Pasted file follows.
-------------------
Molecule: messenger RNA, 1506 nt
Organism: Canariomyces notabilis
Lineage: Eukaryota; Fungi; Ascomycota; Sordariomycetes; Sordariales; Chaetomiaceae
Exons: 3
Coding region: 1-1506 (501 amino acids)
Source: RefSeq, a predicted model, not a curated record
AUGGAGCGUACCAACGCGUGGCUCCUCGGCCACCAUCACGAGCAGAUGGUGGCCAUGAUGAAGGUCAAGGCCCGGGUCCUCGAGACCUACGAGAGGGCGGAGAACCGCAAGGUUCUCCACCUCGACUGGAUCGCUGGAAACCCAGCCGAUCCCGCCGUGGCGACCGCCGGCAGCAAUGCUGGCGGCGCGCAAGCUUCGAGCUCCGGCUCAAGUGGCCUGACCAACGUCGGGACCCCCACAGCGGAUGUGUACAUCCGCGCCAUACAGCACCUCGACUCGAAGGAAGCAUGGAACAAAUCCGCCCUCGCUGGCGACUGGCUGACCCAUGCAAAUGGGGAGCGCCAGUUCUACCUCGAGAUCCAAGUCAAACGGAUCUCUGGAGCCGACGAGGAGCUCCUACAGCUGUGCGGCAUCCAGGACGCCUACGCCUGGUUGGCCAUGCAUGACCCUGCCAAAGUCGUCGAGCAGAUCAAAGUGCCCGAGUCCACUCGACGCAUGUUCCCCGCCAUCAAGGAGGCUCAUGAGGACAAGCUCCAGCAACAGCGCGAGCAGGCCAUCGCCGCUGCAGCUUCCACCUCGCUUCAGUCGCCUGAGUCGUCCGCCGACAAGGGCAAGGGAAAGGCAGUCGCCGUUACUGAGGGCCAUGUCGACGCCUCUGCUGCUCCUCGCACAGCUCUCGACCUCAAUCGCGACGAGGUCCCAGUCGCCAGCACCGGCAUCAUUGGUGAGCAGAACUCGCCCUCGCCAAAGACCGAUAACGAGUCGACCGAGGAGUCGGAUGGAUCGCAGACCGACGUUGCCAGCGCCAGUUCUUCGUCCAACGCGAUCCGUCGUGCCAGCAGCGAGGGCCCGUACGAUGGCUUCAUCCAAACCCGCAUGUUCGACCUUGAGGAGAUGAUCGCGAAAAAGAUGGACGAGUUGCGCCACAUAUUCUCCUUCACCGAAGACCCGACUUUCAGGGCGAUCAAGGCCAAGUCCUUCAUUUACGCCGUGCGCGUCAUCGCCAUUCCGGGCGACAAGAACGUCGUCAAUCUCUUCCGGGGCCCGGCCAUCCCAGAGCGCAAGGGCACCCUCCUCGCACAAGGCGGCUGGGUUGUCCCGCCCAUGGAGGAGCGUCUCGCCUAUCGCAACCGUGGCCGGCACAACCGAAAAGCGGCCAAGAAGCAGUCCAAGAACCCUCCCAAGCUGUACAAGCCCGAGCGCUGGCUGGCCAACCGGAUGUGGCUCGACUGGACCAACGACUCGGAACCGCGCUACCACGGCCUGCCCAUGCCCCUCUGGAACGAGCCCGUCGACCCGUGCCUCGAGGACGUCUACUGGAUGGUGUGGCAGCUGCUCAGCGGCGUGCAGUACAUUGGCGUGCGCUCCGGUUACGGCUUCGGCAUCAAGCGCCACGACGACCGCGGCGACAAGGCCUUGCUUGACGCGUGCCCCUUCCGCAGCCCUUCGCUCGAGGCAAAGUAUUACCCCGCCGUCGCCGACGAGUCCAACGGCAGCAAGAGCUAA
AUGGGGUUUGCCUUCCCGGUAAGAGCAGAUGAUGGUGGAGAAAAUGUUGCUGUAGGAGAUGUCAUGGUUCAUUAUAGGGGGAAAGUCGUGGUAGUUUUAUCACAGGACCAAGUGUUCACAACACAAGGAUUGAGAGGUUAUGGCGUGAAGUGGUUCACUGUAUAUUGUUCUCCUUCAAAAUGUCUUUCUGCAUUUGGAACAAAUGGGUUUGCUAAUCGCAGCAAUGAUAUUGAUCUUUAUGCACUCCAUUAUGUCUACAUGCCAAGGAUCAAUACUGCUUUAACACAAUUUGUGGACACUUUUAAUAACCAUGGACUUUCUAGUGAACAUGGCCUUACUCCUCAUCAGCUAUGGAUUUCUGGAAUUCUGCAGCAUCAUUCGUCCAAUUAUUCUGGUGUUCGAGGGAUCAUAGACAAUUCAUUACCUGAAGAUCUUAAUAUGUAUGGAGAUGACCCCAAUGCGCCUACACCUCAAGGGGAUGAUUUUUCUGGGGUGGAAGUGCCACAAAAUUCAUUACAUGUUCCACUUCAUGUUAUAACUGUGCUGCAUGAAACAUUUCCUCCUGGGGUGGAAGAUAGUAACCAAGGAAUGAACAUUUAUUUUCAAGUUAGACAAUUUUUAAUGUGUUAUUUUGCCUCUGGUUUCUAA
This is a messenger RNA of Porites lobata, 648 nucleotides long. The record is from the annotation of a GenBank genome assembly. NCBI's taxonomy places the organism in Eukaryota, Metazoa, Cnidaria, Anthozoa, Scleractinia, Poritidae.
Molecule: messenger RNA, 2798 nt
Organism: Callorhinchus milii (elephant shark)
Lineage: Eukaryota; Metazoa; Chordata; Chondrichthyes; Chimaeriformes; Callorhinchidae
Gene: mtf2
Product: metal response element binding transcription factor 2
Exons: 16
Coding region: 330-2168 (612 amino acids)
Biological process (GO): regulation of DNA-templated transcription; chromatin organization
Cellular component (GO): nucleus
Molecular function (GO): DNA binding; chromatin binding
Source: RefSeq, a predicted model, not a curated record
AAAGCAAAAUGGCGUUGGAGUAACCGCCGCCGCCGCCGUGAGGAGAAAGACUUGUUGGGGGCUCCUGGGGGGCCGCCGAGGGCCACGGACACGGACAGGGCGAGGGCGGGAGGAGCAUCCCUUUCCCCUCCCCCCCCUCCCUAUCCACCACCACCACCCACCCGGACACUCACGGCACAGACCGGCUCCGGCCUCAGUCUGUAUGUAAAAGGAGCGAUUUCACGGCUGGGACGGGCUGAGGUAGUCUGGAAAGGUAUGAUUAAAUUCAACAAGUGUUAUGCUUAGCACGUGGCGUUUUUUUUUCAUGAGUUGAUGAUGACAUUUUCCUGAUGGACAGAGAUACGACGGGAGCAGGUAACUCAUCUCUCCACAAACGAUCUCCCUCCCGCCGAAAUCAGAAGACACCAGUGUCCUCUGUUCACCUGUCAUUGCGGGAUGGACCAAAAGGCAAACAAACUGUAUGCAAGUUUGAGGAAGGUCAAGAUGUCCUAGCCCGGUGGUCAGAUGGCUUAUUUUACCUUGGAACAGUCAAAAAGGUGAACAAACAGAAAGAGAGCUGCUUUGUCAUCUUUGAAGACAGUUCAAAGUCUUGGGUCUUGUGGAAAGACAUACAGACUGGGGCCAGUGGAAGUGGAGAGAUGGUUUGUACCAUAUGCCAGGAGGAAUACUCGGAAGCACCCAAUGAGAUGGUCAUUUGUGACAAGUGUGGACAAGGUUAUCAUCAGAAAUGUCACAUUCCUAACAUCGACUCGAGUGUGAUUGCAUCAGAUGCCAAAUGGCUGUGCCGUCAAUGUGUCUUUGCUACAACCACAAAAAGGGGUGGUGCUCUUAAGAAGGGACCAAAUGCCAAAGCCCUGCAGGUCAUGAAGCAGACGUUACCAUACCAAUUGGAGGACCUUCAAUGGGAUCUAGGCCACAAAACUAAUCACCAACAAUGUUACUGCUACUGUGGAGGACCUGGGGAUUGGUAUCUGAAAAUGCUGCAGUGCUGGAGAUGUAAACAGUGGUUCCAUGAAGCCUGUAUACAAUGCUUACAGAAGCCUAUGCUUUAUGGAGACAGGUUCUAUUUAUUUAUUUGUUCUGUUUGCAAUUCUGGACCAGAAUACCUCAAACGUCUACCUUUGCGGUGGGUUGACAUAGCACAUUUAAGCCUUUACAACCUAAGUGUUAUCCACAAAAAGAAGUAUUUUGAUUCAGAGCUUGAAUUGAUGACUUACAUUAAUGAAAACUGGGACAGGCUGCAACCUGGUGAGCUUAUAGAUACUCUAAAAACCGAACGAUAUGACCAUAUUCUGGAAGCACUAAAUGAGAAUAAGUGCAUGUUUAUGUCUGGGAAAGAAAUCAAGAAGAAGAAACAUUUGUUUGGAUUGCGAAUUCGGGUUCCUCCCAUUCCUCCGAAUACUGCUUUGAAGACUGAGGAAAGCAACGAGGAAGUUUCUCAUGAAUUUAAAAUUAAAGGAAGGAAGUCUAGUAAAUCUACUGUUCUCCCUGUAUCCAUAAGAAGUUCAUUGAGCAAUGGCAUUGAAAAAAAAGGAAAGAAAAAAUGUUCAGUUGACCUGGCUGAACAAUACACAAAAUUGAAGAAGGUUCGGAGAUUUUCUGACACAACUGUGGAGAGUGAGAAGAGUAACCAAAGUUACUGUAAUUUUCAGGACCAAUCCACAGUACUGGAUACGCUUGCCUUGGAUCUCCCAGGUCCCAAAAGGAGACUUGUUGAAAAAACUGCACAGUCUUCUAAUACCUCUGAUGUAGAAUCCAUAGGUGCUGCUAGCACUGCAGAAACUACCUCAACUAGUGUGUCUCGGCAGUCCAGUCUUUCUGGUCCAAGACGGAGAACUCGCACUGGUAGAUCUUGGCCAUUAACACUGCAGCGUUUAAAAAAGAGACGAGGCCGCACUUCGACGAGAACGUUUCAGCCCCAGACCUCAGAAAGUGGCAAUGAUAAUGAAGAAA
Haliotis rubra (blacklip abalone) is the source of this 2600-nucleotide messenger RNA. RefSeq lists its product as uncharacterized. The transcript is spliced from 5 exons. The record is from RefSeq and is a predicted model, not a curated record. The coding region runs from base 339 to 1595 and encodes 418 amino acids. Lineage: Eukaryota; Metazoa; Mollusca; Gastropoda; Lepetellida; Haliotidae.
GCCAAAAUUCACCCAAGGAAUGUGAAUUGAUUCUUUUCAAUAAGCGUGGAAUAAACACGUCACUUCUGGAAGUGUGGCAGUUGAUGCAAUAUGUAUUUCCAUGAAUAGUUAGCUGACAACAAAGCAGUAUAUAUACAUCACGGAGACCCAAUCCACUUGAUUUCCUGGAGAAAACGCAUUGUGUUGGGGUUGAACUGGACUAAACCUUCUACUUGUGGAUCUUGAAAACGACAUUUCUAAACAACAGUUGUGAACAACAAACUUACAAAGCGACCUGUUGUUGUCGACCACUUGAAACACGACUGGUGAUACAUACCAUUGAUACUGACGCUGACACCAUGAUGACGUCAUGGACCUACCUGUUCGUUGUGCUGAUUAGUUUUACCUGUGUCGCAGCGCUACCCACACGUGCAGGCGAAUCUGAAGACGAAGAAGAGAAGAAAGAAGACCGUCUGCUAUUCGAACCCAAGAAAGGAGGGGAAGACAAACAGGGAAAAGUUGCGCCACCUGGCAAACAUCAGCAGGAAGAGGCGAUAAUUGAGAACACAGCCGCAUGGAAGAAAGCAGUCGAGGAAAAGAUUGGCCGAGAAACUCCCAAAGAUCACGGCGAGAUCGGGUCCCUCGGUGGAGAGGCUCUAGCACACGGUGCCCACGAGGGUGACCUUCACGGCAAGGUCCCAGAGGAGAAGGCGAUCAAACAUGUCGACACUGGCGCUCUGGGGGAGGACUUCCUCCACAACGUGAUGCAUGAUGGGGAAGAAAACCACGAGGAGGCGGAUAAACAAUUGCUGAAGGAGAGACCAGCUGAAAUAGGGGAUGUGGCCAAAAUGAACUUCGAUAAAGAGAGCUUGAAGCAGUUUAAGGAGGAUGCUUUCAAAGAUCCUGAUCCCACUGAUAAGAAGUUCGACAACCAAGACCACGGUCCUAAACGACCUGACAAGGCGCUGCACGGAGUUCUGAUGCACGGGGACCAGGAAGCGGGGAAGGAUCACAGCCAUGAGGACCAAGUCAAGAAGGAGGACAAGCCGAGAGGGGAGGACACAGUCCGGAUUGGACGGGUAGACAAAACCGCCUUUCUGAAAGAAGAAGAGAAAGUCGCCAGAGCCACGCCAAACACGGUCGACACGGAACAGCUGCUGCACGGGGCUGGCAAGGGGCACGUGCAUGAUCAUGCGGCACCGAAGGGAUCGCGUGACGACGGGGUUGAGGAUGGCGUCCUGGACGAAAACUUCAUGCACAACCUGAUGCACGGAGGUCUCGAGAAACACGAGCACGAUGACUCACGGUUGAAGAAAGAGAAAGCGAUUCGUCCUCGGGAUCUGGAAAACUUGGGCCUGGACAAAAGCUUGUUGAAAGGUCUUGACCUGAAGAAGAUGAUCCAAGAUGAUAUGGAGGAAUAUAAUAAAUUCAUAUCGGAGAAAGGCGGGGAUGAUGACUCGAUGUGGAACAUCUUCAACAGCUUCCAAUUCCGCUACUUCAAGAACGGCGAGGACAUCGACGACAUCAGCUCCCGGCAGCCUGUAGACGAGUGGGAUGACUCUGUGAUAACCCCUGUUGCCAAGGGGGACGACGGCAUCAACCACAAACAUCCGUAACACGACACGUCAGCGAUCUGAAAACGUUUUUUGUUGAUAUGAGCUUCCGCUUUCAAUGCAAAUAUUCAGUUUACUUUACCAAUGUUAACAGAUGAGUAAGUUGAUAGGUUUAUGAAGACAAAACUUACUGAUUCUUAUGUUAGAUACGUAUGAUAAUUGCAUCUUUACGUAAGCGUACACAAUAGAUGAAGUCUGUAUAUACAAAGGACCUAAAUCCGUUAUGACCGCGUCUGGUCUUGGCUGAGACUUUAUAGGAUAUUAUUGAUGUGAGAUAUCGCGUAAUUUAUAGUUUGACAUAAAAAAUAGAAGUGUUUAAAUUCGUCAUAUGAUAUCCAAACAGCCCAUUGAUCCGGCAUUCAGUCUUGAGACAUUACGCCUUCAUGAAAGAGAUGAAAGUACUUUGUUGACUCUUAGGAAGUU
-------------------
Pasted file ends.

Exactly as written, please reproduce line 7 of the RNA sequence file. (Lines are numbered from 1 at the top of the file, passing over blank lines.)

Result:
AUGGAGCGUACCAACGCGUGGCUCCUCGGCCACCAUCACGAGCAGAUGGUGGCCAUGAUGAAGGUCAAGGCCCGGGUCCUCGAGACCUACGAGAGGGCGGAGAACCGCAAGGUUCUCCACCUCGACUGGAUCGCUGGAAACCCAGCCGAUCCCGCCGUGGCGACCGCCGGCAGCAAUGCUGGCGGCGCGCAAGCUUCGAGCUCCGGCUCAAGUGGCCUGACCAACGUCGGGACCCCCACAGCGGAUGUGUACAUCCGCGCCAUACAGCACCUCGACUCGAAGGAAGCAUGGAACAAAUCCGCCCUCGCUGGCGACUGGCUGACCCAUGCAAAUGGGGAGCGCCAGUUCUACCUCGAGAUCCAAGUCAAACGGAUCUCUGGAGCCGACGAGGAGCUCCUACAGCUGUGCGGCAUCCAGGACGCCUACGCCUGGUUGGCCAUGCAUGACCCUGCCAAAGUCGUCGAGCAGAUCAAAGUGCCCGAGUCCACUCGACGCAUGUUCCCCGCCAUCAAGGAGGCUCAUGAGGACAAGCUCCAGCAACAGCGCGAGCAGGCCAUCGCCGCUGCAGCUUCCACCUCGCUUCAGUCGCCUGAGUCGUCCGCCGACAAGGGCAAGGGAAAGGCAGUCGCCGUUACUGAGGGCCAUGUCGACGCCUCUGCUGCUCCUCGCACAGCUCUCGACCUCAAUCGCGACGAGGUCCCAGUCGCCAGCACCGGCAUCAUUGGUGAGCAGAACUCGCCCUCGCCAAAGACCGAUAACGAGUCGACCGAGGAGUCGGAUGGAUCGCAGACCGACGUUGCCAGCGCCAGUUCUUCGUCCAACGCGAUCCGUCGUGCCAGCAGCGAGGGCCCGUACGAUGGCUUCAUCCAAACCCGCAUGUUCGACCUUGAGGAGAUGAUCGCGAAAAAGAUGGACGAGUUGCGCCACAUAUUCUCCUUCACCGAAGACCCGACUUUCAGGGCGAUCAAGGCCAAGUCCUUCAUUUACGCCGUGCGCGUCAUCGCCAUUCCGGGCGACAAGAACGUCGUCAAUCUCUUCCGGGGCCCGGCCAUCCCAGAGCGCAAGGGCACCCUCCUCGCACAAGGCGGCUGGGUUGUCCCGCCCAUGGAGGAGCGUCUCGCCUAUCGCAACCGUGGCCGGCACAACCGAAAAGCGGCCAAGAAGCAGUCCAAGAACCCUCCCAAGCUGUACAAGCCCGAGCGCUGGCUGGCCAACCGGAUGUGGCUCGACUGGACCAACGACUCGGAACCGCGCUACCACGGCCUGCCCAUGCCCCUCUGGAACGAGCCCGUCGACCCGUGCCUCGAGGACGUCUACUGGAUGGUGUGGCAGCUGCUCAGCGGCGUGCAGUACAUUGGCGUGCGCUCCGGUUACGGCUUCGGCAUCAAGCGCCACGACGACCGCGGCGACAAGGCCUUGCUUGACGCGUGCCCCUUCCGCAGCCCUUCGCUCGAGGCAAAGUAUUACCCCGCCGUCGCCGACGAGUCCAACGGCAGCAAGAGCUAA